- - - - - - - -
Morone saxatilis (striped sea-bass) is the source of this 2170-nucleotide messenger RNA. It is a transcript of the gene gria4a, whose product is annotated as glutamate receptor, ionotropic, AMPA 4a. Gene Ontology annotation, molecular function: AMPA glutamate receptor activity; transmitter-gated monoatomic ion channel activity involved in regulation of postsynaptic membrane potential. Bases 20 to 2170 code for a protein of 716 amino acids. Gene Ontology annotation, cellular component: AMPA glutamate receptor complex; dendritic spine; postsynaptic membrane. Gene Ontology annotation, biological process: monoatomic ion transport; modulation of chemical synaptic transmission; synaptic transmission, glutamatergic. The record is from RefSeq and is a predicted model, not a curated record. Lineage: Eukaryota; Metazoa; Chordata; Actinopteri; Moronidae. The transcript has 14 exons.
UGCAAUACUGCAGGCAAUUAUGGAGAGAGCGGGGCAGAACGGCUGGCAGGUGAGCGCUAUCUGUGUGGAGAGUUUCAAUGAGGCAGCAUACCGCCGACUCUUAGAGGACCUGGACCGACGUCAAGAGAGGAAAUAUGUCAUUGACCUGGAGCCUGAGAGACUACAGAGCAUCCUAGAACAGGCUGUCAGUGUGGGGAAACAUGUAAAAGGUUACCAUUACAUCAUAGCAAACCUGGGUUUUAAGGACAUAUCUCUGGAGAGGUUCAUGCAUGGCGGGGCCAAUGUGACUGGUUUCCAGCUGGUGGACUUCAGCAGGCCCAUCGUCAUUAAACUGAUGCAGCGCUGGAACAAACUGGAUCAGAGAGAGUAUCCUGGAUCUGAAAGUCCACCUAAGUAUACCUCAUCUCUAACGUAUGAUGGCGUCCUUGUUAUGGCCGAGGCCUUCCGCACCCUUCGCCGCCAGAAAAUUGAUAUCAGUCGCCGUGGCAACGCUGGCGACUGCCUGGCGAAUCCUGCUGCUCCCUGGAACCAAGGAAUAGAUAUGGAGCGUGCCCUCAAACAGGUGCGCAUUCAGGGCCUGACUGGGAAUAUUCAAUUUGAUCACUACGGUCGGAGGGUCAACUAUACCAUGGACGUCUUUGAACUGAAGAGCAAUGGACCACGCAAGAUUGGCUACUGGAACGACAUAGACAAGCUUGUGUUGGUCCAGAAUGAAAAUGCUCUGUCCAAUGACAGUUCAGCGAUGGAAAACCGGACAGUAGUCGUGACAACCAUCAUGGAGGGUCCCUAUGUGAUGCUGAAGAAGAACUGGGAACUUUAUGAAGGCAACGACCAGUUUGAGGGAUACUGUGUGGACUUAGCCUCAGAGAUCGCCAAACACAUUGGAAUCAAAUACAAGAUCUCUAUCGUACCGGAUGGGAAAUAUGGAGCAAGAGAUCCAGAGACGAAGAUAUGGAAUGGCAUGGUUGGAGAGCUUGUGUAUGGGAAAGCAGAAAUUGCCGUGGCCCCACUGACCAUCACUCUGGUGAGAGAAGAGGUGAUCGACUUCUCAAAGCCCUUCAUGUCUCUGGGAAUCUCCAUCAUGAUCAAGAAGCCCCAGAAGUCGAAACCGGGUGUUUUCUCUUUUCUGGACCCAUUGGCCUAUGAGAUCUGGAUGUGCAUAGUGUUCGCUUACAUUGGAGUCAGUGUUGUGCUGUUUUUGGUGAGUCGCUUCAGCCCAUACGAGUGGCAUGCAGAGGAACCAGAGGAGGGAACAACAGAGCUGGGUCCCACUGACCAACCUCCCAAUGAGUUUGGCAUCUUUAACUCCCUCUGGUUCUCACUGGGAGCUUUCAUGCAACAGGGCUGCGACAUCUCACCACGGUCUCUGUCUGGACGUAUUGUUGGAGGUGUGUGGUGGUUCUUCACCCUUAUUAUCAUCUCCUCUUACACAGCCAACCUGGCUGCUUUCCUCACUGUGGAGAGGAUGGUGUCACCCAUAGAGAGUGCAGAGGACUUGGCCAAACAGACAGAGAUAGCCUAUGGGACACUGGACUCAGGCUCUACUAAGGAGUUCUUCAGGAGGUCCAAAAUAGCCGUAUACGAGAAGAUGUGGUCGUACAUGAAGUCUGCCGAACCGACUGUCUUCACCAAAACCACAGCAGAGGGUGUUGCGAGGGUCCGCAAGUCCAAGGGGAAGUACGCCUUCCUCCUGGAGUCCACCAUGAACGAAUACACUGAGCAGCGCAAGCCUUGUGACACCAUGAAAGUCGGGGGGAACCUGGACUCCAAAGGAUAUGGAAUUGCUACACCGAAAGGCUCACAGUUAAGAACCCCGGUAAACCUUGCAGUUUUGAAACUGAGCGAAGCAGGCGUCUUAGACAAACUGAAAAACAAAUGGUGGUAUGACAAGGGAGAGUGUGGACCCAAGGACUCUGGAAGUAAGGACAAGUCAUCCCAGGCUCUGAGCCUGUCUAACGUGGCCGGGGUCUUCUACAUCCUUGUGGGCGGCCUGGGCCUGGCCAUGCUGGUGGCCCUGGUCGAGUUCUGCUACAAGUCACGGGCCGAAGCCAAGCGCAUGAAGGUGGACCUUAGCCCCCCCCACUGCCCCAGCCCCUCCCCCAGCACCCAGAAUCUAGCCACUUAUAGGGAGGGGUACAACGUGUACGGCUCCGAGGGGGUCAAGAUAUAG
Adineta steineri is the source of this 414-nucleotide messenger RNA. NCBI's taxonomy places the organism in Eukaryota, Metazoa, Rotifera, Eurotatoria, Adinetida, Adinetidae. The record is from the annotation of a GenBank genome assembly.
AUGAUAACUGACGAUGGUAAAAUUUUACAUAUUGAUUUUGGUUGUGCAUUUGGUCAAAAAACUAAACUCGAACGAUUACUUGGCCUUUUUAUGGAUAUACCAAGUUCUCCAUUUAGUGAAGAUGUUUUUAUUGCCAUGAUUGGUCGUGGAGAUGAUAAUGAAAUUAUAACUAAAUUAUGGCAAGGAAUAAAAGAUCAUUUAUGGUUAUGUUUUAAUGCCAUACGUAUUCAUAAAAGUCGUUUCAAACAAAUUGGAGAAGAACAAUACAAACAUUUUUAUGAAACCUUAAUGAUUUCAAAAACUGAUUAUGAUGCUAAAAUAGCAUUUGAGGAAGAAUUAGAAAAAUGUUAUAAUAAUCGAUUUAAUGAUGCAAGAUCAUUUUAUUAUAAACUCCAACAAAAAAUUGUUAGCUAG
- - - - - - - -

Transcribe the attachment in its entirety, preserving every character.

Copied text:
Morone saxatilis (striped sea-bass) is the source of this 2170-nucleotide messenger RNA. It is a transcript of the gene gria4a, whose product is annotated as glutamate receptor, ionotropic, AMPA 4a. Gene Ontology annotation, molecular function: AMPA glutamate receptor activity; transmitter-gated monoatomic ion channel activity involved in regulation of postsynaptic membrane potential. Bases 20 to 2170 code for a protein of 716 amino acids. Gene Ontology annotation, cellular component: AMPA glutamate receptor complex; dendritic spine; postsynaptic membrane. Gene Ontology annotation, biological process: monoatomic ion transport; modulation of chemical synaptic transmission; synaptic transmission, glutamatergic. The record is from RefSeq and is a predicted model, not a curated record. Lineage: Eukaryota; Metazoa; Chordata; Actinopteri; Moronidae. The transcript has 14 exons.
UGCAAUACUGCAGGCAAUUAUGGAGAGAGCGGGGCAGAACGGCUGGCAGGUGAGCGCUAUCUGUGUGGAGAGUUUCAAUGAGGCAGCAUACCGCCGACUCUUAGAGGACCUGGACCGACGUCAAGAGAGGAAAUAUGUCAUUGACCUGGAGCCUGAGAGACUACAGAGCAUCCUAGAACAGGCUGUCAGUGUGGGGAAACAUGUAAAAGGUUACCAUUACAUCAUAGCAAACCUGGGUUUUAAGGACAUAUCUCUGGAGAGGUUCAUGCAUGGCGGGGCCAAUGUGACUGGUUUCCAGCUGGUGGACUUCAGCAGGCCCAUCGUCAUUAAACUGAUGCAGCGCUGGAACAAACUGGAUCAGAGAGAGUAUCCUGGAUCUGAAAGUCCACCUAAGUAUACCUCAUCUCUAACGUAUGAUGGCGUCCUUGUUAUGGCCGAGGCCUUCCGCACCCUUCGCCGCCAGAAAAUUGAUAUCAGUCGCCGUGGCAACGCUGGCGACUGCCUGGCGAAUCCUGCUGCUCCCUGGAACCAAGGAAUAGAUAUGGAGCGUGCCCUCAAACAGGUGCGCAUUCAGGGCCUGACUGGGAAUAUUCAAUUUGAUCACUACGGUCGGAGGGUCAACUAUACCAUGGACGUCUUUGAACUGAAGAGCAAUGGACCACGCAAGAUUGGCUACUGGAACGACAUAGACAAGCUUGUGUUGGUCCAGAAUGAAAAUGCUCUGUCCAAUGACAGUUCAGCGAUGGAAAACCGGACAGUAGUCGUGACAACCAUCAUGGAGGGUCCCUAUGUGAUGCUGAAGAAGAACUGGGAACUUUAUGAAGGCAACGACCAGUUUGAGGGAUACUGUGUGGACUUAGCCUCAGAGAUCGCCAAACACAUUGGAAUCAAAUACAAGAUCUCUAUCGUACCGGAUGGGAAAUAUGGAGCAAGAGAUCCAGAGACGAAGAUAUGGAAUGGCAUGGUUGGAGAGCUUGUGUAUGGGAAAGCAGAAAUUGCCGUGGCCCCACUGACCAUCACUCUGGUGAGAGAAGAGGUGAUCGACUUCUCAAAGCCCUUCAUGUCUCUGGGAAUCUCCAUCAUGAUCAAGAAGCCCCAGAAGUCGAAACCGGGUGUUUUCUCUUUUCUGGACCCAUUGGCCUAUGAGAUCUGGAUGUGCAUAGUGUUCGCUUACAUUGGAGUCAGUGUUGUGCUGUUUUUGGUGAGUCGCUUCAGCCCAUACGAGUGGCAUGCAGAGGAACCAGAGGAGGGAACAACAGAGCUGGGUCCCACUGACCAACCUCCCAAUGAGUUUGGCAUCUUUAACUCCCUCUGGUUCUCACUGGGAGCUUUCAUGCAACAGGGCUGCGACAUCUCACCACGGUCUCUGUCUGGACGUAUUGUUGGAGGUGUGUGGUGGUUCUUCACCCUUAUUAUCAUCUCCUCUUACACAGCCAACCUGGCUGCUUUCCUCACUGUGGAGAGGAUGGUGUCACCCAUAGAGAGUGCAGAGGACUUGGCCAAACAGACAGAGAUAGCCUAUGGGACACUGGACUCAGGCUCUACUAAGGAGUUCUUCAGGAGGUCCAAAAUAGCCGUAUACGAGAAGAUGUGGUCGUACAUGAAGUCUGCCGAACCGACUGUCUUCACCAAAACCACAGCAGAGGGUGUUGCGAGGGUCCGCAAGUCCAAGGGGAAGUACGCCUUCCUCCUGGAGUCCACCAUGAACGAAUACACUGAGCAGCGCAAGCCUUGUGACACCAUGAAAGUCGGGGGGAACCUGGACUCCAAAGGAUAUGGAAUUGCUACACCGAAAGGCUCACAGUUAAGAACCCCGGUAAACCUUGCAGUUUUGAAACUGAGCGAAGCAGGCGUCUUAGACAAACUGAAAAACAAAUGGUGGUAUGACAAGGGAGAGUGUGGACCCAAGGACUCUGGAAGUAAGGACAAGUCAUCCCAGGCUCUGAGCCUGUCUAACGUGGCCGGGGUCUUCUACAUCCUUGUGGGCGGCCUGGGCCUGGCCAUGCUGGUGGCCCUGGUCGAGUUCUGCUACAAGUCACGGGCCGAAGCCAAGCGCAUGAAGGUGGACCUUAGCCCCCCCCACUGCCCCAGCCCCUCCCCCAGCACCCAGAAUCUAGCCACUUAUAGGGAGGGGUACAACGUGUACGGCUCCGAGGGGGUCAAGAUAUAG
Adineta steineri is the source of this 414-nucleotide messenger RNA. NCBI's taxonomy places the organism in Eukaryota, Metazoa, Rotifera, Eurotatoria, Adinetida, Adinetidae. The record is from the annotation of a GenBank genome assembly.
AUGAUAACUGACGAUGGUAAAAUUUUACAUAUUGAUUUUGGUUGUGCAUUUGGUCAAAAAACUAAACUCGAACGAUUACUUGGCCUUUUUAUGGAUAUACCAAGUUCUCCAUUUAGUGAAGAUGUUUUUAUUGCCAUGAUUGGUCGUGGAGAUGAUAAUGAAAUUAUAACUAAAUUAUGGCAAGGAAUAAAAGAUCAUUUAUGGUUAUGUUUUAAUGCCAUACGUAUUCAUAAAAGUCGUUUCAAACAAAUUGGAGAAGAACAAUACAAACAUUUUUAUGAAACCUUAAUGAUUUCAAAAACUGAUUAUGAUGCUAAAAUAGCAUUUGAGGAAGAAUUAGAAAAAUGUUAUAAUAAUCGAUUUAAUGAUGCAAGAUCAUUUUAUUAUAAACUCCAACAAAAAAUUGUUAGCUAG